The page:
Download: MP3 (64.8 MB)

In this episode, I share the story of what happened when I relied on someone else’s platform and the consequences of selling my material there. I got locked into a price, couldn’t remove my content, and had no control over the devaluing of what I had to offer. I won’t be divulging specifics in the notes here, so you’ll have listen for the details.

We talk about the benefits of having things on your own website and being able to control the experience.

Show Notes
  • 01:48 Talking about my new Mac Pro.
  • Putting Your Eggs in Others’ Baskets
  • 08:51 I spend the first part of the show here sharing a story about my experience with having my content on a certain other platform. I’m not including the name here in the notes (because, you know, keywords), so you’ll just have to listen. The point of the show is not to speak ill of this particular platform, but to emphasize the value of building your own platform.
  • 22:10 When you pay third party platforms to use their systems, you have to play by their rules. Even if you connect your own domain, they own the system.
  • 22:27 It costs a lot to build your own platform, but you get to set the rules, you get to charge what you want, and you get to own it. You’re also able to have a fully branded experience.
  • What are you selling? What are you giving up? What part of your soul are you relinquishing when you settle for the easy way of using another’s platform?

  • 24:32 Investing in growing your platform and thinking long term.
  • 25:57 Teach yourself enough to get by with code so you can do your own developments. Then hire a developer to recode your concept more efficiently.
  • Social Media As A Tool, Not A Home
  • 34:07 “Ok, so let’s say you are building your own platform. What about using services like Facebook, Twitter, Instagram, and Pinterest? What’s a good way to employ those?”
  • 34:49 You have to see social media services as tools—not your home. Yes, you do want to be on those places, because that’s where people are. But you want to get people back to your platform. Utilize them for their strengths, but don’t make them your home.
  • 35:26 Use only the social media services that you intend to actively engage with people on.
  • 39:19 The reason you want to build your own platform is because you don’t have control elsewhere. Other platforms can change the game and you can’t do anything about it. You can only control your own platform.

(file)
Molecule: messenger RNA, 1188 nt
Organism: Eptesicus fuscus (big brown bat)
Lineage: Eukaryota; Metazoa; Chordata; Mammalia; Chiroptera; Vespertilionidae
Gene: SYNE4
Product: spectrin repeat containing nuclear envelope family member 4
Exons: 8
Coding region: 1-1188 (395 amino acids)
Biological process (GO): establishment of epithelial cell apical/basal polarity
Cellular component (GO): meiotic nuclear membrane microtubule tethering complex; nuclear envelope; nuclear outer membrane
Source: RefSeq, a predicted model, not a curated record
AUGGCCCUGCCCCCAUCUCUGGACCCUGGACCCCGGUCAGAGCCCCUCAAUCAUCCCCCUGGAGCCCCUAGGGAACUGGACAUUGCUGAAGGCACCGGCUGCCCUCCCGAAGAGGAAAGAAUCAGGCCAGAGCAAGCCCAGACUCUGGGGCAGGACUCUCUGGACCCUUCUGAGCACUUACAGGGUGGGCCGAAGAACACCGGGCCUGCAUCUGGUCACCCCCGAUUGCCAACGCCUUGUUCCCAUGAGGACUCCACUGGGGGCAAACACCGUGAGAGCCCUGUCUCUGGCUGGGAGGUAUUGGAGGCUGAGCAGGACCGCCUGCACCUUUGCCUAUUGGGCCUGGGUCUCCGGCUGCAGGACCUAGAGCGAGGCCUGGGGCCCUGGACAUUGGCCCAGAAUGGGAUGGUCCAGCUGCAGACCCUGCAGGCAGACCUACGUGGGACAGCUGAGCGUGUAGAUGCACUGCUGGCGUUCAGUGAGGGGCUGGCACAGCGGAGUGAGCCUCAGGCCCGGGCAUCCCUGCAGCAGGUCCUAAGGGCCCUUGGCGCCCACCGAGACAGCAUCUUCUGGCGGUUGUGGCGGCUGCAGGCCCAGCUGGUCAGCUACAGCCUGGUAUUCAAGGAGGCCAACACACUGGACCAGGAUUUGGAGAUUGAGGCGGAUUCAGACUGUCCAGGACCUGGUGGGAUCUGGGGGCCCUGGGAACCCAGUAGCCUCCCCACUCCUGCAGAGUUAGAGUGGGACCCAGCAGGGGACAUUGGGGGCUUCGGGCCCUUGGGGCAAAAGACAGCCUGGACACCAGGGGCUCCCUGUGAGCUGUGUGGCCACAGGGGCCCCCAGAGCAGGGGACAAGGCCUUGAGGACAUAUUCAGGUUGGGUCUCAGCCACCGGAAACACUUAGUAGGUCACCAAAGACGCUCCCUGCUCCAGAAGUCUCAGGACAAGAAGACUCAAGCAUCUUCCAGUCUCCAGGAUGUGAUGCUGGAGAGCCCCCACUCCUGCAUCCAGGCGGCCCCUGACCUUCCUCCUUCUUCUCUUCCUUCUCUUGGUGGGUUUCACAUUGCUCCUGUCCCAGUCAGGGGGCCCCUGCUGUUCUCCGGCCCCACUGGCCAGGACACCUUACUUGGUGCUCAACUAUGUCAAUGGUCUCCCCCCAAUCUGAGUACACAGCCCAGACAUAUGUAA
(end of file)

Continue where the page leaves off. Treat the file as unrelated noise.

• 41:41 “How do you build a platform when you first start out and you don’t have the money to invest to build it up real big?”
  • 41:55 You don’t need to start by building something huge. It’s a gradual, iterative process. Slowly invest your money and build as you go. Find your revenue source from The Trifecta:
    1. Client Work (Related: e080 Making A Living With The Trifecta Part 1 of 3: Client Work)
    2. Products (Related: e081 Making A Living With the Trifecta Part 2 of 3: Products)
    3. Teaching (Related: e082 Making A Living With the Trifecta Part 3 of 3: Teaching)
  • 43:15 Figure out which (or any combination of the above) you want to focus on and start investing there:
    • If you want to work with clients, put up a contact form.
    • If you want to sell products, start with a single page and a Paypal button.
    • If you want to focus on teaching, start a blog.
  • 43:41 Start with the very first step, and build slowly. One at a time. Iterate on top of that.
  • 43:52 If you’re saying, “Well Sean, I don’t even know how to get a website up. I don’t even know where to start.” It’s worth your time to invest in learning the skills necessary to get something basic up. “Well, I don’t think I can do that.” You CAN. You can. Don’t let the things that you don’t know how to do be a barrier.
  • Learning is the only skill you can have that will remain relevant for the rest of your life.

  • 47:43 You can figure out how to put something basic up that becomes your home—your place—where people can engage your content and you can control that experience.
  • 48:00 Don’t use the excuse of “I don’t want to be a programmer. That’s not my thing.” It doesn’t have to be “your thing” for you to be willing to learn it.
  • 48:11 Don’t take the easy way out. The easy way out is letting these other platforms (that did all the hard work of building the platform) take advantage of you and your unwillingness to build your own platform. You have to think long term.